aDLL is a binary analysis tool focused on the automatic discovery of DLL Hijacking vulnerabilities. The tool analyzes the image of the binary loaded in memory to search for DLLs loaded at load-time and makes use of the Microsoft Detours library to intercept calls to the Load Library/Load LibraryEx functions to analyze the DLLs loaded at run-time. The purpose is to obtain a list of DLLs that are not found by the executable in those folders where they are searched.

Getting Started

To start using aDLL a compiled executable is available in the Binaries folder. It is recommended to use the version whose architecture (32-bit or 64-bit) matches the version of the executable to be analyzed.

For the correct functioning of the tool, it is necessary that the DLLs “hook32”, “hook64”, “informer32” and “informer64” are located in the same directory as the executable aDLL.exe.


aDLL has been developed and tested on Windows 10 systems. If the system is old and/or Visual Studio is not installed, it is possible that the tool will throw an error like “VCRUNTIME140.dll not found”. In this case the Visual C++ Redistributable update must be installed. Update can be found here:


To modify/recompile the tool it is recommended the use of Visual Studio 2015 or later. The Visual Studio solution consists of three projects: aDLL, Hook e Informer. _ -aDLL: must be compiled as an executable. If linking errors occur, it will be necessary to add the shlwapi.lib library using the Visual Studio linker as an additional dependency._ _ -Hook: must be compiled as a DLL with the same architecture as the executable to be analyzed. The resulting Hook file must be renamed to hook32.dll or hook64.dll as appropriate. If you wish to analyze executables of both architectures it will be necessary to have both DLLs in the same directory as aDLL.exe._ _ -Informer: same as Hook. Must be compiled as a DLL and renamed to informer32.dll or informer64.dll._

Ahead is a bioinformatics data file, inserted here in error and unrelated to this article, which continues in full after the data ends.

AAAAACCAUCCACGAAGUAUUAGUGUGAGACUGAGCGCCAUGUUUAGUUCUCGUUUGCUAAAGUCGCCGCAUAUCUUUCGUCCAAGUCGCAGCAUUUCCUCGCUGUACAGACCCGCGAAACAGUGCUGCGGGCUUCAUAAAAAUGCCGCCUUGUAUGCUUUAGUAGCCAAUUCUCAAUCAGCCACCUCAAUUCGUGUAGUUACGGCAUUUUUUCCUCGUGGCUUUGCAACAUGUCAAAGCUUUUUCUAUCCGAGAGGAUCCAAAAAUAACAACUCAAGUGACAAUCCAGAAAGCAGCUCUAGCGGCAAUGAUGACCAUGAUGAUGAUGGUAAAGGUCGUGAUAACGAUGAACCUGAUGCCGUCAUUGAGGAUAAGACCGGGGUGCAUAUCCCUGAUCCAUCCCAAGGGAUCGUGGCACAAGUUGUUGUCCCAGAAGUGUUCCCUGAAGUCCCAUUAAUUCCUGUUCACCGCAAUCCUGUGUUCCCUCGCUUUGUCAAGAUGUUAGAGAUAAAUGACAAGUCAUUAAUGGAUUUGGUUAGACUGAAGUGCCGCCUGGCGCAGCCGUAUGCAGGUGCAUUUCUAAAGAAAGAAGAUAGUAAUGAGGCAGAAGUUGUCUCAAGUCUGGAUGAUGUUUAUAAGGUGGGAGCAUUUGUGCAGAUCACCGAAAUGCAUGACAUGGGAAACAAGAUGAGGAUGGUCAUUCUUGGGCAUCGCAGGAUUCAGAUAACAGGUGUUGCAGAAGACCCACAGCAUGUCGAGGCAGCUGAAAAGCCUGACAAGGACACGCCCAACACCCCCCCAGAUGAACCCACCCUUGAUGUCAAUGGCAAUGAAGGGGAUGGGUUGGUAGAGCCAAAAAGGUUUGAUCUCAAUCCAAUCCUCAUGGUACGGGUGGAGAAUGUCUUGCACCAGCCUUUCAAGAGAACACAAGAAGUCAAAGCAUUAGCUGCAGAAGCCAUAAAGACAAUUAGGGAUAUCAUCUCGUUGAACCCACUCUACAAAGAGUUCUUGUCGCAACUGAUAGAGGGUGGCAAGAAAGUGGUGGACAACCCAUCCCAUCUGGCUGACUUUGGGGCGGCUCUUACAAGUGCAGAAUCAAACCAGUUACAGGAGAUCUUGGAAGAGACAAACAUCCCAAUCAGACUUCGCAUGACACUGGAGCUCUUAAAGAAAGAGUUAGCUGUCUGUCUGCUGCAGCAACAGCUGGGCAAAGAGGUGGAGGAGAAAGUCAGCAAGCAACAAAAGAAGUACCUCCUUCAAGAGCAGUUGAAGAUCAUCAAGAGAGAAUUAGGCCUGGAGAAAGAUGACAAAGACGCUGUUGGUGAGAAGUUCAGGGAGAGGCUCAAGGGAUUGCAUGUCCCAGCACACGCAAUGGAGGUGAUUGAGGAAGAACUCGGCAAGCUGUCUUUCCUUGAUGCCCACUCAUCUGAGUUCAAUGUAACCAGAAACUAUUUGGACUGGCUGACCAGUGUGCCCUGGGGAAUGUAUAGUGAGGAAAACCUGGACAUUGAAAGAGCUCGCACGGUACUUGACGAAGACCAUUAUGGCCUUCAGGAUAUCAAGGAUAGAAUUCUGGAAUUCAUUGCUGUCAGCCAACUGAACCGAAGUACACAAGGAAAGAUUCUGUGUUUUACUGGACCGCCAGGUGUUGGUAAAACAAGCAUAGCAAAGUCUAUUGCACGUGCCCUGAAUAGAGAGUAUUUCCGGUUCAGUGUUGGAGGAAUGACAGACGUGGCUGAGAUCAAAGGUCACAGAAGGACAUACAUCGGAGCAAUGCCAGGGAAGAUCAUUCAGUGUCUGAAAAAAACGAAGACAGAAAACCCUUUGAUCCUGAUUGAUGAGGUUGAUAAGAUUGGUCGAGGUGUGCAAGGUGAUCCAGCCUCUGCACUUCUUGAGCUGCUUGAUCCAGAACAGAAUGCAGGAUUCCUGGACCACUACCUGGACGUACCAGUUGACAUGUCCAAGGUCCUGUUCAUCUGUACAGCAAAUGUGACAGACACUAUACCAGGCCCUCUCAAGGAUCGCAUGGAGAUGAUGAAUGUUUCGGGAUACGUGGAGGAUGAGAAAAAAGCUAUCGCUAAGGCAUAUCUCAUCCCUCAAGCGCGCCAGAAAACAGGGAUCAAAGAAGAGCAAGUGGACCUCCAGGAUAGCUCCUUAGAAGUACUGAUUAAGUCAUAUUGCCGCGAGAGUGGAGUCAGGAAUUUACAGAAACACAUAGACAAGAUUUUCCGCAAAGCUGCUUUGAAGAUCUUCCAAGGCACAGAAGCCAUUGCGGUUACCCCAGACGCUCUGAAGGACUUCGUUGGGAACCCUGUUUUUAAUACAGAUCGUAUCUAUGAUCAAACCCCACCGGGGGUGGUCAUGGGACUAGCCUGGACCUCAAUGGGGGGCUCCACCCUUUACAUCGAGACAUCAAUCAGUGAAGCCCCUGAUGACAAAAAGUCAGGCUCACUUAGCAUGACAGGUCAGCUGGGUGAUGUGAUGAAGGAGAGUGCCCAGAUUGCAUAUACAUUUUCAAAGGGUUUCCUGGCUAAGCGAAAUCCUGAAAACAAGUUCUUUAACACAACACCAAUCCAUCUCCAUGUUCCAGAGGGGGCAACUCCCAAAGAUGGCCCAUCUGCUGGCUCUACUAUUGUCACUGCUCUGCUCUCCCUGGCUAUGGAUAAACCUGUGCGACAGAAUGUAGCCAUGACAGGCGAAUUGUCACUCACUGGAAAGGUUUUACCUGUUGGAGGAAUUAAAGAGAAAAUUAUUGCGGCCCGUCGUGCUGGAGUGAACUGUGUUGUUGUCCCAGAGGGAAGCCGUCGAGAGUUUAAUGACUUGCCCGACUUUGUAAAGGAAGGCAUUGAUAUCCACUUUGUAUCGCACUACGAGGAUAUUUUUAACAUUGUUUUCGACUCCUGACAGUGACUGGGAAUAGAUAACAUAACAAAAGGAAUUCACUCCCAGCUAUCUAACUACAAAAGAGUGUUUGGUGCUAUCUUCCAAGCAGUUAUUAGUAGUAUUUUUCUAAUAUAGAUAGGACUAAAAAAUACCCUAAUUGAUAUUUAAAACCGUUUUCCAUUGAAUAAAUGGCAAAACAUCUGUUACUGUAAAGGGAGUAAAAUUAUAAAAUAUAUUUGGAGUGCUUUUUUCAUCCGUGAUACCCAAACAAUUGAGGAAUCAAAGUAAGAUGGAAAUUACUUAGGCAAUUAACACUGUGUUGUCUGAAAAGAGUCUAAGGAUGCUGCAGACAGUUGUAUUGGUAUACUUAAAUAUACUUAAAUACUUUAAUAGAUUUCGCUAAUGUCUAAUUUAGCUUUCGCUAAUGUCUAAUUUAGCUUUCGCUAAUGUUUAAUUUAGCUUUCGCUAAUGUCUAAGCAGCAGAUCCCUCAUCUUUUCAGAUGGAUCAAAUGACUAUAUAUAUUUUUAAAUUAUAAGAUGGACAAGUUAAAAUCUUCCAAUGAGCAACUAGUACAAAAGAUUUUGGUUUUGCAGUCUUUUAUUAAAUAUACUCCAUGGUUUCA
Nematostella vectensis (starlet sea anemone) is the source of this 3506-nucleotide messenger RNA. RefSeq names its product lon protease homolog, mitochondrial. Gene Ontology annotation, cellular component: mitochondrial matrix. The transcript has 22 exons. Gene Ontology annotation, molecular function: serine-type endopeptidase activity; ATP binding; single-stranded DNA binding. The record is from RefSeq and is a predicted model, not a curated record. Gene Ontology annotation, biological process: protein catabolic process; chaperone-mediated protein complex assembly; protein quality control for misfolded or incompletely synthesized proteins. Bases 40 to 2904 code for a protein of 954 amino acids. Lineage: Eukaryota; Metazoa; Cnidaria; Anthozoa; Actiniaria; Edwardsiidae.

The tool has a -h option to print a brief description of the available options on the screen..

.\aDLL -h

As a common example of usage aDLL should receive at least the path to the executable to be analyzed.

.\aDLL -e “C:\System32\notepad.exe”


-h Displays the tool’s help with a brief description of each option.
-e Specifies the path to the executable to be analyzed by aDLL.
-t Specifies a path to a text file with a list of executable paths.
-o Specifies a path to a directory in which a report will be stored for each executable scanned.
-m Searches for the executable’s manifest and displays it on the screen. aDLL searches for the manifest embedded in the binary, it will not find the manifest if it exists as an external file.
-w Defines the number of seconds the executable process will be kept open while searching for DLLs loaded at runtime. The default time is 20 seconds.
-aDLL will automatically test if a malicious DLL is executed by impersonating the legitimate DLL in the search order if a candidate DLL has been found.
-d Used in conjunction with the -a option, this option allows you to select a path to a DLL that will be used as the malicious DLL.
-r Each DLL imported by the executable can in turn import other DLLs as dependencies. A search “n” times recursive will be made on all those DLLs found by aDLL that are not redirected (ApiSetSchema or WinSxS) and do not belong to the list of Known DLL of the system.